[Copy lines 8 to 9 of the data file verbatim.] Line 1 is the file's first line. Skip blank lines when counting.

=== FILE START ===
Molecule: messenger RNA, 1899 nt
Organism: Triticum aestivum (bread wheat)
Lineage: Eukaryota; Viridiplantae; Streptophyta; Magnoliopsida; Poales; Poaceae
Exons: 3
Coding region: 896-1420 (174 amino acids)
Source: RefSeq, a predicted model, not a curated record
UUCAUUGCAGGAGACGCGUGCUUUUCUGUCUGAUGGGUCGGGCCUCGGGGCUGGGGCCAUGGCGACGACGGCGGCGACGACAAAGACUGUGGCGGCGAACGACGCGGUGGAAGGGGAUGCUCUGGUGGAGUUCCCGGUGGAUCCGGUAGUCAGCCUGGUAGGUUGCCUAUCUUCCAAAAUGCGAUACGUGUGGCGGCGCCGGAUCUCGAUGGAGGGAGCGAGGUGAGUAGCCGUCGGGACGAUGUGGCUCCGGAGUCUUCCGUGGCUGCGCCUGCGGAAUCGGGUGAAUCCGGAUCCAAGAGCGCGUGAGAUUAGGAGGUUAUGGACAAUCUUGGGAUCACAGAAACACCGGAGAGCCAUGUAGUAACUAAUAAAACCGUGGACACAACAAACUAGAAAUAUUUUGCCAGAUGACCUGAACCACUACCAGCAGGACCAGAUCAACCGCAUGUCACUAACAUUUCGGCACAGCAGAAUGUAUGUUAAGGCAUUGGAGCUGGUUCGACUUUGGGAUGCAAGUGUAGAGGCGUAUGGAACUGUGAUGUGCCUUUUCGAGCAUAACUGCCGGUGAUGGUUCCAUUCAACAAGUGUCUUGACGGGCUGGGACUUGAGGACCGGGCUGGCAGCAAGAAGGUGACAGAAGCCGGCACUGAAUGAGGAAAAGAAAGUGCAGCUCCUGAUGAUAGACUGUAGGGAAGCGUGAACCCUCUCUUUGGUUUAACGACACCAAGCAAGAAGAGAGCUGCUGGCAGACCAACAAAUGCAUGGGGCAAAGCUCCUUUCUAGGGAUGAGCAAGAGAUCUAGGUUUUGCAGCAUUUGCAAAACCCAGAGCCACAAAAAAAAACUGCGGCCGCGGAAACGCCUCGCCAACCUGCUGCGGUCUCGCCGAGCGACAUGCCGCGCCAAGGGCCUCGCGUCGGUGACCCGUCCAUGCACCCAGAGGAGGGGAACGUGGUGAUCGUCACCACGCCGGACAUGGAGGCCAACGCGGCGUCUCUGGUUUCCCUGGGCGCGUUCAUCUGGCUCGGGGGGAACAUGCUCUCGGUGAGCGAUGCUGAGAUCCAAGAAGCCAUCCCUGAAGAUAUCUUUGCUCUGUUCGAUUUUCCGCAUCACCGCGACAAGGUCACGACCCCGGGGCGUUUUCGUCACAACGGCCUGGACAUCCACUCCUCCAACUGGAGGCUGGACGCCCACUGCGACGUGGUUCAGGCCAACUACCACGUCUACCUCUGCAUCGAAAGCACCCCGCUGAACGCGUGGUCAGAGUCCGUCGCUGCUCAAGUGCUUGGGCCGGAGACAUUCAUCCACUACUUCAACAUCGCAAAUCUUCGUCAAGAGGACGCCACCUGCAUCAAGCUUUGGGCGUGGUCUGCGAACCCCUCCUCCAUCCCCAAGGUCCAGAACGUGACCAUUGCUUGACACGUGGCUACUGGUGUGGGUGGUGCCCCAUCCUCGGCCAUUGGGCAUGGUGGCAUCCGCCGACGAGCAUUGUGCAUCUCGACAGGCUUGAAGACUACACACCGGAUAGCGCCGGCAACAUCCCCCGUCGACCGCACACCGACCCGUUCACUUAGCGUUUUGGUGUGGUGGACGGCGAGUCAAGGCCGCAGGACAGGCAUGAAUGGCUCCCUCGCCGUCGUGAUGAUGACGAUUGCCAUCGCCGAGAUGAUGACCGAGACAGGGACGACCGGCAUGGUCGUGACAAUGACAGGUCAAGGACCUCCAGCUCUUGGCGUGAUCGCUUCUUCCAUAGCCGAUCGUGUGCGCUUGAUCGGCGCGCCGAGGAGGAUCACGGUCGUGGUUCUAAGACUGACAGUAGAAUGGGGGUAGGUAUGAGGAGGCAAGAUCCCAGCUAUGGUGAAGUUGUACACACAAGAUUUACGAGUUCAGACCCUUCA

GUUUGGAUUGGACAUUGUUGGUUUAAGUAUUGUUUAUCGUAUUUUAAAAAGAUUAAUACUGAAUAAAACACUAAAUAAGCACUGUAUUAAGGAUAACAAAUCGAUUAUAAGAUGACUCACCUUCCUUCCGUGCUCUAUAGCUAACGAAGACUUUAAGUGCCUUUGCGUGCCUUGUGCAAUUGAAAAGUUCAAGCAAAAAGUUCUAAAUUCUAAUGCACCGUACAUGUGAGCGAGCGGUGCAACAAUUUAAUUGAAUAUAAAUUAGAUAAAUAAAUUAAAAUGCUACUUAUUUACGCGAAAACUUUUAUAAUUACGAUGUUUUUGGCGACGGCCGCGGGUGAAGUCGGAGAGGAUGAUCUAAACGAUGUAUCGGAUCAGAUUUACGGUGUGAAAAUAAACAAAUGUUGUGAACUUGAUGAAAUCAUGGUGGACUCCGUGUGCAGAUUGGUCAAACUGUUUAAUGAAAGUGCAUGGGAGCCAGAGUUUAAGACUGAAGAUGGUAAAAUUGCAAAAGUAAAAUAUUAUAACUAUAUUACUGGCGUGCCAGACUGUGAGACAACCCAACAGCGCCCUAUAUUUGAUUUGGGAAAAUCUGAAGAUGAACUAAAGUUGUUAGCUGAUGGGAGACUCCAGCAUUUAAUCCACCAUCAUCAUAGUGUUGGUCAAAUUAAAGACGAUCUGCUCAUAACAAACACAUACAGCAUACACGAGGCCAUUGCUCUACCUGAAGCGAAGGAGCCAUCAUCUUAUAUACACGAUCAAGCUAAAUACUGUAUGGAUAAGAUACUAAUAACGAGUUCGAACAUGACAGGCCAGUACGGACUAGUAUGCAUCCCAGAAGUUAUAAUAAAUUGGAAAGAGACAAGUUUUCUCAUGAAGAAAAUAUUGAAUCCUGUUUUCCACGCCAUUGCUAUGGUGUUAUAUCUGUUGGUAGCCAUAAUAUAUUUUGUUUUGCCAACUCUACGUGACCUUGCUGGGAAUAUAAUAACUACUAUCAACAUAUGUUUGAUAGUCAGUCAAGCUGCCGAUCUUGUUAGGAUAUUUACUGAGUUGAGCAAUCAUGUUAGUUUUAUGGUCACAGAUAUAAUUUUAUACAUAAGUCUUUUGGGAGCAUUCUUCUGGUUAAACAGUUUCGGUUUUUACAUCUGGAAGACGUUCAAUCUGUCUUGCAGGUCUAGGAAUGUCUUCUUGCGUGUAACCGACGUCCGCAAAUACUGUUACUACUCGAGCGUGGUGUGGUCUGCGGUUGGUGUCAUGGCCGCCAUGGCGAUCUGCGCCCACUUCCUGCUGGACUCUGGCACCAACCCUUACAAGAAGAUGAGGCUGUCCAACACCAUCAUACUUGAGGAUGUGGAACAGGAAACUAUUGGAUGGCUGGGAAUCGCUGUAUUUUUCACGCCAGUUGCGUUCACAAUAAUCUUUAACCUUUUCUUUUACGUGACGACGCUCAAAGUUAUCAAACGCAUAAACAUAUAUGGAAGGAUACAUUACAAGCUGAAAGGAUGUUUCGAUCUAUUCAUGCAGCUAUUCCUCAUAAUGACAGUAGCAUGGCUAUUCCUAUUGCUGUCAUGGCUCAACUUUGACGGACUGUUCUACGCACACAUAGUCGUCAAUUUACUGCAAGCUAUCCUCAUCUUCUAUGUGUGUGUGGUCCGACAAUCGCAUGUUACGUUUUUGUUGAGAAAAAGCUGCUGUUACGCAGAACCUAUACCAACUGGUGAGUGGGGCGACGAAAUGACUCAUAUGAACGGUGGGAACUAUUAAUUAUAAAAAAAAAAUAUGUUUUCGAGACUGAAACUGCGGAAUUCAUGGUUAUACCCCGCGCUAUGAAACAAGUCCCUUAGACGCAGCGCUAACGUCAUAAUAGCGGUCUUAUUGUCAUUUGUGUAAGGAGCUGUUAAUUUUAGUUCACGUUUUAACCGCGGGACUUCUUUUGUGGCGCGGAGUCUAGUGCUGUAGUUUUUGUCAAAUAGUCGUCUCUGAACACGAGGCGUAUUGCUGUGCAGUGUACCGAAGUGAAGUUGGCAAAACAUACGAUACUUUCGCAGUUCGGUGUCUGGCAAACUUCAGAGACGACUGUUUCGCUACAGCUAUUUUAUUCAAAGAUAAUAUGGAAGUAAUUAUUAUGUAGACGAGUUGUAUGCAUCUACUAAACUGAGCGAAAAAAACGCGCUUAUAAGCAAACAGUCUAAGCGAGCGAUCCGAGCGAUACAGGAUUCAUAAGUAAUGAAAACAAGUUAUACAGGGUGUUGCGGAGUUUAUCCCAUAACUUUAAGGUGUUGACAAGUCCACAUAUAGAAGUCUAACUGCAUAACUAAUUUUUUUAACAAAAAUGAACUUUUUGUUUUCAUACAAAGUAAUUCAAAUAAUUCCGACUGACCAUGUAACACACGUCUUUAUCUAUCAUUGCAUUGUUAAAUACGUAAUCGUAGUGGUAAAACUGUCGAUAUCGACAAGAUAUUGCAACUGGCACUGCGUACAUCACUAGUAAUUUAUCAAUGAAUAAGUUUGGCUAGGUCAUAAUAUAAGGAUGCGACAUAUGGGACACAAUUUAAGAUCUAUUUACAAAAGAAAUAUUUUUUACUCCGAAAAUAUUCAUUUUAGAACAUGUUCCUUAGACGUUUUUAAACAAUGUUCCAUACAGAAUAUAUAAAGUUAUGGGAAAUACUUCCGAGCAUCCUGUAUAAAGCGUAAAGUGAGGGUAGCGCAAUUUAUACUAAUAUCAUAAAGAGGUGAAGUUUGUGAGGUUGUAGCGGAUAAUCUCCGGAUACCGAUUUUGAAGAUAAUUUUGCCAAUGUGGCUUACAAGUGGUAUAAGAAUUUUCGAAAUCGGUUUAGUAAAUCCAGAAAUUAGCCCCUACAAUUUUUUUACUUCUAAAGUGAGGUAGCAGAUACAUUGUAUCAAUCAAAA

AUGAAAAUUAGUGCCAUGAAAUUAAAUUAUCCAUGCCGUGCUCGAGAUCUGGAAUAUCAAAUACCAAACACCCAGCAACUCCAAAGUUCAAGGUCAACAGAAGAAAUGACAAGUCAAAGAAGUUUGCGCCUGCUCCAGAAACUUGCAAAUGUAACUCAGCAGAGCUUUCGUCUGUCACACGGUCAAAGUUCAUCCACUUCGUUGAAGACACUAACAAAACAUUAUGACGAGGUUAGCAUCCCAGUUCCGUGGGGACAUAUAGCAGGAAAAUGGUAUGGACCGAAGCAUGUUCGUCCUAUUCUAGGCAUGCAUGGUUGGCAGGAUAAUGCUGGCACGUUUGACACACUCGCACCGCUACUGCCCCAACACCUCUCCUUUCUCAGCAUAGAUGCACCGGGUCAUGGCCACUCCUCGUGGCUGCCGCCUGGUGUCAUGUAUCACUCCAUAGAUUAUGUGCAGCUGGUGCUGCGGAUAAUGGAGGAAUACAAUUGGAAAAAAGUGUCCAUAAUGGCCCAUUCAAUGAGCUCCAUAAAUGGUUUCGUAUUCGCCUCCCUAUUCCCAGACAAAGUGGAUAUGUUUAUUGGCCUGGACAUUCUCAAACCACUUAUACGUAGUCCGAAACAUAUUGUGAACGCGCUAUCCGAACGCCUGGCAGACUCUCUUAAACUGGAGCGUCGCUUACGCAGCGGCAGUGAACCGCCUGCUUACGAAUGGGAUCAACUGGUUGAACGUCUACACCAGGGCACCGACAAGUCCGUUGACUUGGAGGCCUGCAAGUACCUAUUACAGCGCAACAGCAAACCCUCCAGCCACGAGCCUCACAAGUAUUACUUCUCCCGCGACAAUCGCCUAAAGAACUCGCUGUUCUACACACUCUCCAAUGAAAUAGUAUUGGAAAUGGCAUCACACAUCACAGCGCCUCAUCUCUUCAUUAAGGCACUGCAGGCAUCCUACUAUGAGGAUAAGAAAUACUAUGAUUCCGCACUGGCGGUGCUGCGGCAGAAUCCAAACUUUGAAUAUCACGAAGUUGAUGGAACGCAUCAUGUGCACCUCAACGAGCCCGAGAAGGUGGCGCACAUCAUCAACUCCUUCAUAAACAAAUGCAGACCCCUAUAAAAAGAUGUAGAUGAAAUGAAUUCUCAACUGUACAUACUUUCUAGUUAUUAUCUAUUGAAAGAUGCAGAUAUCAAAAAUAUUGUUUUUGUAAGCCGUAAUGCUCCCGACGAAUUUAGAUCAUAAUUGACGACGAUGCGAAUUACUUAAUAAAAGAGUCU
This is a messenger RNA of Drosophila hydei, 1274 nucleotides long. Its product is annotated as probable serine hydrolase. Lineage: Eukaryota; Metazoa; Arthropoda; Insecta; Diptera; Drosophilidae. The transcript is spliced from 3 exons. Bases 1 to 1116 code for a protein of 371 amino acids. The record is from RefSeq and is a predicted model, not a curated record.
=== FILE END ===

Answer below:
GUUUGGAUUGGACAUUGUUGGUUUAAGUAUUGUUUAUCGUAUUUUAAAAAGAUUAAUACUGAAUAAAACACUAAAUAAGCACUGUAUUAAGGAUAACAAAUCGAUUAUAAGAUGACUCACCUUCCUUCCGUGCUCUAUAGCUAACGAAGACUUUAAGUGCCUUUGCGUGCCUUGUGCAAUUGAAAAGUUCAAGCAAAAAGUUCUAAAUUCUAAUGCACCGUACAUGUGAGCGAGCGGUGCAACAAUUUAAUUGAAUAUAAAUUAGAUAAAUAAAUUAAAAUGCUACUUAUUUACGCGAAAACUUUUAUAAUUACGAUGUUUUUGGCGACGGCCGCGGGUGAAGUCGGAGAGGAUGAUCUAAACGAUGUAUCGGAUCAGAUUUACGGUGUGAAAAUAAACAAAUGUUGUGAACUUGAUGAAAUCAUGGUGGACUCCGUGUGCAGAUUGGUCAAACUGUUUAAUGAAAGUGCAUGGGAGCCAGAGUUUAAGACUGAAGAUGGUAAAAUUGCAAAAGUAAAAUAUUAUAACUAUAUUACUGGCGUGCCAGACUGUGAGACAACCCAACAGCGCCCUAUAUUUGAUUUGGGAAAAUCUGAAGAUGAACUAAAGUUGUUAGCUGAUGGGAGACUCCAGCAUUUAAUCCACCAUCAUCAUAGUGUUGGUCAAAUUAAAGACGAUCUGCUCAUAACAAACACAUACAGCAUACACGAGGCCAUUGCUCUACCUGAAGCGAAGGAGCCAUCAUCUUAUAUACACGAUCAAGCUAAAUACUGUAUGGAUAAGAUACUAAUAACGAGUUCGAACAUGACAGGCCAGUACGGACUAGUAUGCAUCCCAGAAGUUAUAAUAAAUUGGAAAGAGACAAGUUUUCUCAUGAAGAAAAUAUUGAAUCCUGUUUUCCACGCCAUUGCUAUGGUGUUAUAUCUGUUGGUAGCCAUAAUAUAUUUUGUUUUGCCAACUCUACGUGACCUUGCUGGGAAUAUAAUAACUACUAUCAACAUAUGUUUGAUAGUCAGUCAAGCUGCCGAUCUUGUUAGGAUAUUUACUGAGUUGAGCAAUCAUGUUAGUUUUAUGGUCACAGAUAUAAUUUUAUACAUAAGUCUUUUGGGAGCAUUCUUCUGGUUAAACAGUUUCGGUUUUUACAUCUGGAAGACGUUCAAUCUGUCUUGCAGGUCUAGGAAUGUCUUCUUGCGUGUAACCGACGUCCGCAAAUACUGUUACUACUCGAGCGUGGUGUGGUCUGCGGUUGGUGUCAUGGCCGCCAUGGCGAUCUGCGCCCACUUCCUGCUGGACUCUGGCACCAACCCUUACAAGAAGAUGAGGCUGUCCAACACCAUCAUACUUGAGGAUGUGGAACAGGAAACUAUUGGAUGGCUGGGAAUCGCUGUAUUUUUCACGCCAGUUGCGUUCACAAUAAUCUUUAACCUUUUCUUUUACGUGACGACGCUCAAAGUUAUCAAACGCAUAAACAUAUAUGGAAGGAUACAUUACAAGCUGAAAGGAUGUUUCGAUCUAUUCAUGCAGCUAUUCCUCAUAAUGACAGUAGCAUGGCUAUUCCUAUUGCUGUCAUGGCUCAACUUUGACGGACUGUUCUACGCACACAUAGUCGUCAAUUUACUGCAAGCUAUCCUCAUCUUCUAUGUGUGUGUGGUCCGACAAUCGCAUGUUACGUUUUUGUUGAGAAAAAGCUGCUGUUACGCAGAACCUAUACCAACUGGUGAGUGGGGCGACGAAAUGACUCAUAUGAACGGUGGGAACUAUUAAUUAUAAAAAAAAAAUAUGUUUUCGAGACUGAAACUGCGGAAUUCAUGGUUAUACCCCGCGCUAUGAAACAAGUCCCUUAGACGCAGCGCUAACGUCAUAAUAGCGGUCUUAUUGUCAUUUGUGUAAGGAGCUGUUAAUUUUAGUUCACGUUUUAACCGCGGGACUUCUUUUGUGGCGCGGAGUCUAGUGCUGUAGUUUUUGUCAAAUAGUCGUCUCUGAACACGAGGCGUAUUGCUGUGCAGUGUACCGAAGUGAAGUUGGCAAAACAUACGAUACUUUCGCAGUUCGGUGUCUGGCAAACUUCAGAGACGACUGUUUCGCUACAGCUAUUUUAUUCAAAGAUAAUAUGGAAGUAAUUAUUAUGUAGACGAGUUGUAUGCAUCUACUAAACUGAGCGAAAAAAACGCGCUUAUAAGCAAACAGUCUAAGCGAGCGAUCCGAGCGAUACAGGAUUCAUAAGUAAUGAAAACAAGUUAUACAGGGUGUUGCGGAGUUUAUCCCAUAACUUUAAGGUGUUGACAAGUCCACAUAUAGAAGUCUAACUGCAUAACUAAUUUUUUUAACAAAAAUGAACUUUUUGUUUUCAUACAAAGUAAUUCAAAUAAUUCCGACUGACCAUGUAACACACGUCUUUAUCUAUCAUUGCAUUGUUAAAUACGUAAUCGUAGUGGUAAAACUGUCGAUAUCGACAAGAUAUUGCAACUGGCACUGCGUACAUCACUAGUAAUUUAUCAAUGAAUAAGUUUGGCUAGGUCAUAAUAUAAGGAUGCGACAUAUGGGACACAAUUUAAGAUCUAUUUACAAAAGAAAUAUUUUUUACUCCGAAAAUAUUCAUUUUAGAACAUGUUCCUUAGACGUUUUUAAACAAUGUUCCAUACAGAAUAUAUAAAGUUAUGGGAAAUACUUCCGAGCAUCCUGUAUAAAGCGUAAAGUGAGGGUAGCGCAAUUUAUACUAAUAUCAUAAAGAGGUGAAGUUUGUGAGGUUGUAGCGGAUAAUCUCCGGAUACCGAUUUUGAAGAUAAUUUUGCCAAUGUGGCUUACAAGUGGUAUAAGAAUUUUCGAAAUCGGUUUAGUAAAUCCAGAAAUUAGCCCCUACAAUUUUUUUACUUCUAAAGUGAGGUAGCAGAUACAUUGUAUCAAUCAAAA

AUGAAAAUUAGUGCCAUGAAAUUAAAUUAUCCAUGCCGUGCUCGAGAUCUGGAAUAUCAAAUACCAAACACCCAGCAACUCCAAAGUUCAAGGUCAACAGAAGAAAUGACAAGUCAAAGAAGUUUGCGCCUGCUCCAGAAACUUGCAAAUGUAACUCAGCAGAGCUUUCGUCUGUCACACGGUCAAAGUUCAUCCACUUCGUUGAAGACACUAACAAAACAUUAUGACGAGGUUAGCAUCCCAGUUCCGUGGGGACAUAUAGCAGGAAAAUGGUAUGGACCGAAGCAUGUUCGUCCUAUUCUAGGCAUGCAUGGUUGGCAGGAUAAUGCUGGCACGUUUGACACACUCGCACCGCUACUGCCCCAACACCUCUCCUUUCUCAGCAUAGAUGCACCGGGUCAUGGCCACUCCUCGUGGCUGCCGCCUGGUGUCAUGUAUCACUCCAUAGAUUAUGUGCAGCUGGUGCUGCGGAUAAUGGAGGAAUACAAUUGGAAAAAAGUGUCCAUAAUGGCCCAUUCAAUGAGCUCCAUAAAUGGUUUCGUAUUCGCCUCCCUAUUCCCAGACAAAGUGGAUAUGUUUAUUGGCCUGGACAUUCUCAAACCACUUAUACGUAGUCCGAAACAUAUUGUGAACGCGCUAUCCGAACGCCUGGCAGACUCUCUUAAACUGGAGCGUCGCUUACGCAGCGGCAGUGAACCGCCUGCUUACGAAUGGGAUCAACUGGUUGAACGUCUACACCAGGGCACCGACAAGUCCGUUGACUUGGAGGCCUGCAAGUACCUAUUACAGCGCAACAGCAAACCCUCCAGCCACGAGCCUCACAAGUAUUACUUCUCCCGCGACAAUCGCCUAAAGAACUCGCUGUUCUACACACUCUCCAAUGAAAUAGUAUUGGAAAUGGCAUCACACAUCACAGCGCCUCAUCUCUUCAUUAAGGCACUGCAGGCAUCCUACUAUGAGGAUAAGAAAUACUAUGAUUCCGCACUGGCGGUGCUGCGGCAGAAUCCAAACUUUGAAUAUCACGAAGUUGAUGGAACGCAUCAUGUGCACCUCAACGAGCCCGAGAAGGUGGCGCACAUCAUCAACUCCUUCAUAAACAAAUGCAGACCCCUAUAAAAAGAUGUAGAUGAAAUGAAUUCUCAACUGUACAUACUUUCUAGUUAUUAUCUAUUGAAAGAUGCAGAUAUCAAAAAUAUUGUUUUUGUAAGCCGUAAUGCUCCCGACGAAUUUAGAUCAUAAUUGACGACGAUGCGAAUUACUUAAUAAAAGAGUCU